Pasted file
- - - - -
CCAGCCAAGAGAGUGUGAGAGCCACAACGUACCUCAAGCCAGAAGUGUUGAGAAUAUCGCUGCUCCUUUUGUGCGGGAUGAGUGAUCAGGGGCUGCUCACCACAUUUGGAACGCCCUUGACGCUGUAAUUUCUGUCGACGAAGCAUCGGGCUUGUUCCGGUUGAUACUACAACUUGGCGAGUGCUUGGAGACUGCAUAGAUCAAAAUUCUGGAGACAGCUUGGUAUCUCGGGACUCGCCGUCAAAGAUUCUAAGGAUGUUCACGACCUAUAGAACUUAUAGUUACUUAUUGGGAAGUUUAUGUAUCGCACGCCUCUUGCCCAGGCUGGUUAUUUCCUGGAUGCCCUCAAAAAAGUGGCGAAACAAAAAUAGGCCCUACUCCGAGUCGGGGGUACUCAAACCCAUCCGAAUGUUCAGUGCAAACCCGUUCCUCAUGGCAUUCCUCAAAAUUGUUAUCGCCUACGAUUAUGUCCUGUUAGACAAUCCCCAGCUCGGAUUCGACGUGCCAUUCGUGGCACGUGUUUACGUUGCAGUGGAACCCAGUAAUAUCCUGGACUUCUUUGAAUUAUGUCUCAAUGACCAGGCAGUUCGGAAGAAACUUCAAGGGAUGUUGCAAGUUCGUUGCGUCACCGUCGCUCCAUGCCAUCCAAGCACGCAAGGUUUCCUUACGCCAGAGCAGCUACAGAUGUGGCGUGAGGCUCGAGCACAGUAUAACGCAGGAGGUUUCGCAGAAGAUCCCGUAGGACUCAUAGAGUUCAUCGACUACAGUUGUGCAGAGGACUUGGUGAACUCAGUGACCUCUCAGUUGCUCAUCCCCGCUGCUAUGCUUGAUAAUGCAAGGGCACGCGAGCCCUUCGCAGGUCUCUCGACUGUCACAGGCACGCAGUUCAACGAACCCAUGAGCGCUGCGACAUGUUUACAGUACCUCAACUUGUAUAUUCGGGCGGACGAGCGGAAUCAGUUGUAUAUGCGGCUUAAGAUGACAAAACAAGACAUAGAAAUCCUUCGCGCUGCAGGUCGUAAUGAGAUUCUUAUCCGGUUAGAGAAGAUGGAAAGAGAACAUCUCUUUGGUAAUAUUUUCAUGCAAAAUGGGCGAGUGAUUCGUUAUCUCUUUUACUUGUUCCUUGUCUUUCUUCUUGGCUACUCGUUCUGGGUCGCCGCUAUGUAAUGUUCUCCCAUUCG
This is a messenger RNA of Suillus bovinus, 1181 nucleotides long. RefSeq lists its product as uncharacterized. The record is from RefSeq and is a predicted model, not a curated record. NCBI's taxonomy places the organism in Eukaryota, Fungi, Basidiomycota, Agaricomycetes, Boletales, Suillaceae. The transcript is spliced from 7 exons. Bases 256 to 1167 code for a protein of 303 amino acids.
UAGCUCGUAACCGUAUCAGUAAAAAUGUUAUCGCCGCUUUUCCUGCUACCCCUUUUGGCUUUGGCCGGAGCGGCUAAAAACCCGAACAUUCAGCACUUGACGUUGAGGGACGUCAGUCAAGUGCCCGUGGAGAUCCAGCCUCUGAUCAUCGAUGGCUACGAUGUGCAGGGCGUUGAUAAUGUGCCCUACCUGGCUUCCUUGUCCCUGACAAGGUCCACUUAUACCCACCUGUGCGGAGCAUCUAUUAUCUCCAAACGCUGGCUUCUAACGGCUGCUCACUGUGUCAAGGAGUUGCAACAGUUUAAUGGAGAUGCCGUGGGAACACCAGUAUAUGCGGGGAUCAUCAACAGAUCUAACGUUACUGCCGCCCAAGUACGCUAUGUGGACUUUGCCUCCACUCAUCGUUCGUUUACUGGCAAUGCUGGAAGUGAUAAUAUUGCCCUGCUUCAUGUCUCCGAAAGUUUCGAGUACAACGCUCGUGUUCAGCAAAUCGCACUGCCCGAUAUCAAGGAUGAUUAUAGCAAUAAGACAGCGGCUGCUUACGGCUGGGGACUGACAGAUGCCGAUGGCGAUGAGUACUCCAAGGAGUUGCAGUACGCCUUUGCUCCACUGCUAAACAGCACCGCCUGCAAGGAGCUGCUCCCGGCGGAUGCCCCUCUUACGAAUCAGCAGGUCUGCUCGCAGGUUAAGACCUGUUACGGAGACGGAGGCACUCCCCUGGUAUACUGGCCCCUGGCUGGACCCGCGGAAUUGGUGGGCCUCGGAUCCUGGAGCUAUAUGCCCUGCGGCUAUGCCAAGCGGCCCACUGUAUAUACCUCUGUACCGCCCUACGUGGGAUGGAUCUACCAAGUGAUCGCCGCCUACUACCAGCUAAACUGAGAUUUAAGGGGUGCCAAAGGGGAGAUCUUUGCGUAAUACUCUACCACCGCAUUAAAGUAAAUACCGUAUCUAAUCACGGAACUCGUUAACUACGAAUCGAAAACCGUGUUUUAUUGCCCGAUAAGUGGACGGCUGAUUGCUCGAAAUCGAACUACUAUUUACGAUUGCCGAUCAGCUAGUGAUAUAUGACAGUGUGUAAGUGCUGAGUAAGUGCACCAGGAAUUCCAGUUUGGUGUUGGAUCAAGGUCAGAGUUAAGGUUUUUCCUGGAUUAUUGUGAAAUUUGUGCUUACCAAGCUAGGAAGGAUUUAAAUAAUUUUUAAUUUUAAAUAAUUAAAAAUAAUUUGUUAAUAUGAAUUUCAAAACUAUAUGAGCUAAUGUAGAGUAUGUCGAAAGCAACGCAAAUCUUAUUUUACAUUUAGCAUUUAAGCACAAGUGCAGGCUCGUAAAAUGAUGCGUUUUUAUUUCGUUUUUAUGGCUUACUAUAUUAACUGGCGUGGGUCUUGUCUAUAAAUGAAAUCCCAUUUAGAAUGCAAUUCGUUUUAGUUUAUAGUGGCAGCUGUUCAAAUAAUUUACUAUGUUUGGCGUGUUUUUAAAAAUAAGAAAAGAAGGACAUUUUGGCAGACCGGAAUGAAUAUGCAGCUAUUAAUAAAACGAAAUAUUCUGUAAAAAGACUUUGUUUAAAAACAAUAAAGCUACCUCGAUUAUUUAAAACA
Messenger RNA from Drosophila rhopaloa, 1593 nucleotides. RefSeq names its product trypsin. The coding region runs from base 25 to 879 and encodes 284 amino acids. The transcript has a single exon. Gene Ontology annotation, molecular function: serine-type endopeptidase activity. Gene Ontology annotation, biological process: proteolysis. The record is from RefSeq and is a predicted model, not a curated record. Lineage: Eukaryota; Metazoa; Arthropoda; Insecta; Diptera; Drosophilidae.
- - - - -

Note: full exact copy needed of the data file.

CCAGCCAAGAGAGUGUGAGAGCCACAACGUACCUCAAGCCAGAAGUGUUGAGAAUAUCGCUGCUCCUUUUGUGCGGGAUGAGUGAUCAGGGGCUGCUCACCACAUUUGGAACGCCCUUGACGCUGUAAUUUCUGUCGACGAAGCAUCGGGCUUGUUCCGGUUGAUACUACAACUUGGCGAGUGCUUGGAGACUGCAUAGAUCAAAAUUCUGGAGACAGCUUGGUAUCUCGGGACUCGCCGUCAAAGAUUCUAAGGAUGUUCACGACCUAUAGAACUUAUAGUUACUUAUUGGGAAGUUUAUGUAUCGCACGCCUCUUGCCCAGGCUGGUUAUUUCCUGGAUGCCCUCAAAAAAGUGGCGAAACAAAAAUAGGCCCUACUCCGAGUCGGGGGUACUCAAACCCAUCCGAAUGUUCAGUGCAAACCCGUUCCUCAUGGCAUUCCUCAAAAUUGUUAUCGCCUACGAUUAUGUCCUGUUAGACAAUCCCCAGCUCGGAUUCGACGUGCCAUUCGUGGCACGUGUUUACGUUGCAGUGGAACCCAGUAAUAUCCUGGACUUCUUUGAAUUAUGUCUCAAUGACCAGGCAGUUCGGAAGAAACUUCAAGGGAUGUUGCAAGUUCGUUGCGUCACCGUCGCUCCAUGCCAUCCAAGCACGCAAGGUUUCCUUACGCCAGAGCAGCUACAGAUGUGGCGUGAGGCUCGAGCACAGUAUAACGCAGGAGGUUUCGCAGAAGAUCCCGUAGGACUCAUAGAGUUCAUCGACUACAGUUGUGCAGAGGACUUGGUGAACUCAGUGACCUCUCAGUUGCUCAUCCCCGCUGCUAUGCUUGAUAAUGCAAGGGCACGCGAGCCCUUCGCAGGUCUCUCGACUGUCACAGGCACGCAGUUCAACGAACCCAUGAGCGCUGCGACAUGUUUACAGUACCUCAACUUGUAUAUUCGGGCGGACGAGCGGAAUCAGUUGUAUAUGCGGCUUAAGAUGACAAAACAAGACAUAGAAAUCCUUCGCGCUGCAGGUCGUAAUGAGAUUCUUAUCCGGUUAGAGAAGAUGGAAAGAGAACAUCUCUUUGGUAAUAUUUUCAUGCAAAAUGGGCGAGUGAUUCGUUAUCUCUUUUACUUGUUCCUUGUCUUUCUUCUUGGCUACUCGUUCUGGGUCGCCGCUAUGUAAUGUUCUCCCAUUCG
This is a messenger RNA of Suillus bovinus, 1181 nucleotides long. RefSeq lists its product as uncharacterized. The record is from RefSeq and is a predicted model, not a curated record. NCBI's taxonomy places the organism in Eukaryota, Fungi, Basidiomycota, Agaricomycetes, Boletales, Suillaceae. The transcript is spliced from 7 exons. Bases 256 to 1167 code for a protein of 303 amino acids.
UAGCUCGUAACCGUAUCAGUAAAAAUGUUAUCGCCGCUUUUCCUGCUACCCCUUUUGGCUUUGGCCGGAGCGGCUAAAAACCCGAACAUUCAGCACUUGACGUUGAGGGACGUCAGUCAAGUGCCCGUGGAGAUCCAGCCUCUGAUCAUCGAUGGCUACGAUGUGCAGGGCGUUGAUAAUGUGCCCUACCUGGCUUCCUUGUCCCUGACAAGGUCCACUUAUACCCACCUGUGCGGAGCAUCUAUUAUCUCCAAACGCUGGCUUCUAACGGCUGCUCACUGUGUCAAGGAGUUGCAACAGUUUAAUGGAGAUGCCGUGGGAACACCAGUAUAUGCGGGGAUCAUCAACAGAUCUAACGUUACUGCCGCCCAAGUACGCUAUGUGGACUUUGCCUCCACUCAUCGUUCGUUUACUGGCAAUGCUGGAAGUGAUAAUAUUGCCCUGCUUCAUGUCUCCGAAAGUUUCGAGUACAACGCUCGUGUUCAGCAAAUCGCACUGCCCGAUAUCAAGGAUGAUUAUAGCAAUAAGACAGCGGCUGCUUACGGCUGGGGACUGACAGAUGCCGAUGGCGAUGAGUACUCCAAGGAGUUGCAGUACGCCUUUGCUCCACUGCUAAACAGCACCGCCUGCAAGGAGCUGCUCCCGGCGGAUGCCCCUCUUACGAAUCAGCAGGUCUGCUCGCAGGUUAAGACCUGUUACGGAGACGGAGGCACUCCCCUGGUAUACUGGCCCCUGGCUGGACCCGCGGAAUUGGUGGGCCUCGGAUCCUGGAGCUAUAUGCCCUGCGGCUAUGCCAAGCGGCCCACUGUAUAUACCUCUGUACCGCCCUACGUGGGAUGGAUCUACCAAGUGAUCGCCGCCUACUACCAGCUAAACUGAGAUUUAAGGGGUGCCAAAGGGGAGAUCUUUGCGUAAUACUCUACCACCGCAUUAAAGUAAAUACCGUAUCUAAUCACGGAACUCGUUAACUACGAAUCGAAAACCGUGUUUUAUUGCCCGAUAAGUGGACGGCUGAUUGCUCGAAAUCGAACUACUAUUUACGAUUGCCGAUCAGCUAGUGAUAUAUGACAGUGUGUAAGUGCUGAGUAAGUGCACCAGGAAUUCCAGUUUGGUGUUGGAUCAAGGUCAGAGUUAAGGUUUUUCCUGGAUUAUUGUGAAAUUUGUGCUUACCAAGCUAGGAAGGAUUUAAAUAAUUUUUAAUUUUAAAUAAUUAAAAAUAAUUUGUUAAUAUGAAUUUCAAAACUAUAUGAGCUAAUGUAGAGUAUGUCGAAAGCAACGCAAAUCUUAUUUUACAUUUAGCAUUUAAGCACAAGUGCAGGCUCGUAAAAUGAUGCGUUUUUAUUUCGUUUUUAUGGCUUACUAUAUUAACUGGCGUGGGUCUUGUCUAUAAAUGAAAUCCCAUUUAGAAUGCAAUUCGUUUUAGUUUAUAGUGGCAGCUGUUCAAAUAAUUUACUAUGUUUGGCGUGUUUUUAAAAAUAAGAAAAGAAGGACAUUUUGGCAGACCGGAAUGAAUAUGCAGCUAUUAAUAAAACGAAAUAUUCUGUAAAAAGACUUUGUUUAAAAACAAUAAAGCUACCUCGAUUAUUUAAAACA
Messenger RNA from Drosophila rhopaloa, 1593 nucleotides. RefSeq names its product trypsin. The coding region runs from base 25 to 879 and encodes 284 amino acids. The transcript has a single exon. Gene Ontology annotation, molecular function: serine-type endopeptidase activity. Gene Ontology annotation, biological process: proteolysis. The record is from RefSeq and is a predicted model, not a curated record. Lineage: Eukaryota; Metazoa; Arthropoda; Insecta; Diptera; Drosophilidae.